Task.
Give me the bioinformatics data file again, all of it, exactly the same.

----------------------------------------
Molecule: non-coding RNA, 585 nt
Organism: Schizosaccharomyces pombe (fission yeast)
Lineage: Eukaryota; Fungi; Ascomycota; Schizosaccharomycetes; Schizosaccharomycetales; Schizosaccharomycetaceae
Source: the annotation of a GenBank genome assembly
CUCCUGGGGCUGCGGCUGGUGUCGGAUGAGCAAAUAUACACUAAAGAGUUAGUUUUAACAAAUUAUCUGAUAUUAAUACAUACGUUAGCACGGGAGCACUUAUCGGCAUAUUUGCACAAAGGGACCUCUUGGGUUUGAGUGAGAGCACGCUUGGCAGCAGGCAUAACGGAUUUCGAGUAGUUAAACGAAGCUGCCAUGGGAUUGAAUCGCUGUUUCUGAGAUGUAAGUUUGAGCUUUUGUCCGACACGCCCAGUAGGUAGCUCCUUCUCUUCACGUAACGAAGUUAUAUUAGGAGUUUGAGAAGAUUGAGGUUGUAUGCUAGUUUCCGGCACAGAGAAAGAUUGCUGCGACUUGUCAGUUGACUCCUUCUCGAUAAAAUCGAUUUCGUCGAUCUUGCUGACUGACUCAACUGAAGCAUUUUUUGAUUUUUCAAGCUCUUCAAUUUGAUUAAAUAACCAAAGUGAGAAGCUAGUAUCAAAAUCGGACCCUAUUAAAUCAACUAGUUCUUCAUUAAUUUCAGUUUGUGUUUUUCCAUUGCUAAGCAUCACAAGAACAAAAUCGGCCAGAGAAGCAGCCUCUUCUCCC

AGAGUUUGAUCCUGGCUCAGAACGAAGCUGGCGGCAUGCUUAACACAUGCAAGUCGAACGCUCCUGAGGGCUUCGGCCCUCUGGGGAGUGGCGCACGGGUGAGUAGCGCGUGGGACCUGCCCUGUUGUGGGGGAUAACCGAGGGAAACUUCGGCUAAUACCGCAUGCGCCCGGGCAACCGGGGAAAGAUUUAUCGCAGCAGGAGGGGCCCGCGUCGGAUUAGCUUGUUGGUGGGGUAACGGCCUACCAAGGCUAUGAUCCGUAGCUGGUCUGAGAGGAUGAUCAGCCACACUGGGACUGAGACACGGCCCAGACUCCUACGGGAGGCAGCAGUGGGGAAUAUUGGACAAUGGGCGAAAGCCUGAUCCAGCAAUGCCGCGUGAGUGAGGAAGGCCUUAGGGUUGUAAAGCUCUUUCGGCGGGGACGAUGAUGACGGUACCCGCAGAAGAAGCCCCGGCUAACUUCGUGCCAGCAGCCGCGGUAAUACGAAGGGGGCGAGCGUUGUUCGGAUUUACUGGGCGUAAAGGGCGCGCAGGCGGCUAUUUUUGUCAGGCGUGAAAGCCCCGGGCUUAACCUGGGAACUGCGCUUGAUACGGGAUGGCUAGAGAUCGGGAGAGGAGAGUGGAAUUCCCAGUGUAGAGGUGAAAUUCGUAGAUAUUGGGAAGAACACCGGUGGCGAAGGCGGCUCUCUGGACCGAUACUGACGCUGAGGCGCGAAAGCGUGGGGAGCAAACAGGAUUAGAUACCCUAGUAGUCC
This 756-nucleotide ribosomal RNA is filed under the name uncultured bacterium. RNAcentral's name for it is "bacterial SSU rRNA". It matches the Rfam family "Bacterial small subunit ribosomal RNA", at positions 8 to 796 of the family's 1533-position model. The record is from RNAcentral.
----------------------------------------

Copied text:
Molecule: non-coding RNA, 585 nt
Organism: Schizosaccharomyces pombe (fission yeast)
Lineage: Eukaryota; Fungi; Ascomycota; Schizosaccharomycetes; Schizosaccharomycetales; Schizosaccharomycetaceae
Source: the annotation of a GenBank genome assembly
CUCCUGGGGCUGCGGCUGGUGUCGGAUGAGCAAAUAUACACUAAAGAGUUAGUUUUAACAAAUUAUCUGAUAUUAAUACAUACGUUAGCACGGGAGCACUUAUCGGCAUAUUUGCACAAAGGGACCUCUUGGGUUUGAGUGAGAGCACGCUUGGCAGCAGGCAUAACGGAUUUCGAGUAGUUAAACGAAGCUGCCAUGGGAUUGAAUCGCUGUUUCUGAGAUGUAAGUUUGAGCUUUUGUCCGACACGCCCAGUAGGUAGCUCCUUCUCUUCACGUAACGAAGUUAUAUUAGGAGUUUGAGAAGAUUGAGGUUGUAUGCUAGUUUCCGGCACAGAGAAAGAUUGCUGCGACUUGUCAGUUGACUCCUUCUCGAUAAAAUCGAUUUCGUCGAUCUUGCUGACUGACUCAACUGAAGCAUUUUUUGAUUUUUCAAGCUCUUCAAUUUGAUUAAAUAACCAAAGUGAGAAGCUAGUAUCAAAAUCGGACCCUAUUAAAUCAACUAGUUCUUCAUUAAUUUCAGUUUGUGUUUUUCCAUUGCUAAGCAUCACAAGAACAAAAUCGGCCAGAGAAGCAGCCUCUUCUCCC

AGAGUUUGAUCCUGGCUCAGAACGAAGCUGGCGGCAUGCUUAACACAUGCAAGUCGAACGCUCCUGAGGGCUUCGGCCCUCUGGGGAGUGGCGCACGGGUGAGUAGCGCGUGGGACCUGCCCUGUUGUGGGGGAUAACCGAGGGAAACUUCGGCUAAUACCGCAUGCGCCCGGGCAACCGGGGAAAGAUUUAUCGCAGCAGGAGGGGCCCGCGUCGGAUUAGCUUGUUGGUGGGGUAACGGCCUACCAAGGCUAUGAUCCGUAGCUGGUCUGAGAGGAUGAUCAGCCACACUGGGACUGAGACACGGCCCAGACUCCUACGGGAGGCAGCAGUGGGGAAUAUUGGACAAUGGGCGAAAGCCUGAUCCAGCAAUGCCGCGUGAGUGAGGAAGGCCUUAGGGUUGUAAAGCUCUUUCGGCGGGGACGAUGAUGACGGUACCCGCAGAAGAAGCCCCGGCUAACUUCGUGCCAGCAGCCGCGGUAAUACGAAGGGGGCGAGCGUUGUUCGGAUUUACUGGGCGUAAAGGGCGCGCAGGCGGCUAUUUUUGUCAGGCGUGAAAGCCCCGGGCUUAACCUGGGAACUGCGCUUGAUACGGGAUGGCUAGAGAUCGGGAGAGGAGAGUGGAAUUCCCAGUGUAGAGGUGAAAUUCGUAGAUAUUGGGAAGAACACCGGUGGCGAAGGCGGCUCUCUGGACCGAUACUGACGCUGAGGCGCGAAAGCGUGGGGAGCAAACAGGAUUAGAUACCCUAGUAGUCC
This 756-nucleotide ribosomal RNA is filed under the name uncultured bacterium. RNAcentral's name for it is "bacterial SSU rRNA". It matches the Rfam family "Bacterial small subunit ribosomal RNA", at positions 8 to 796 of the family's 1533-position model. The record is from RNAcentral.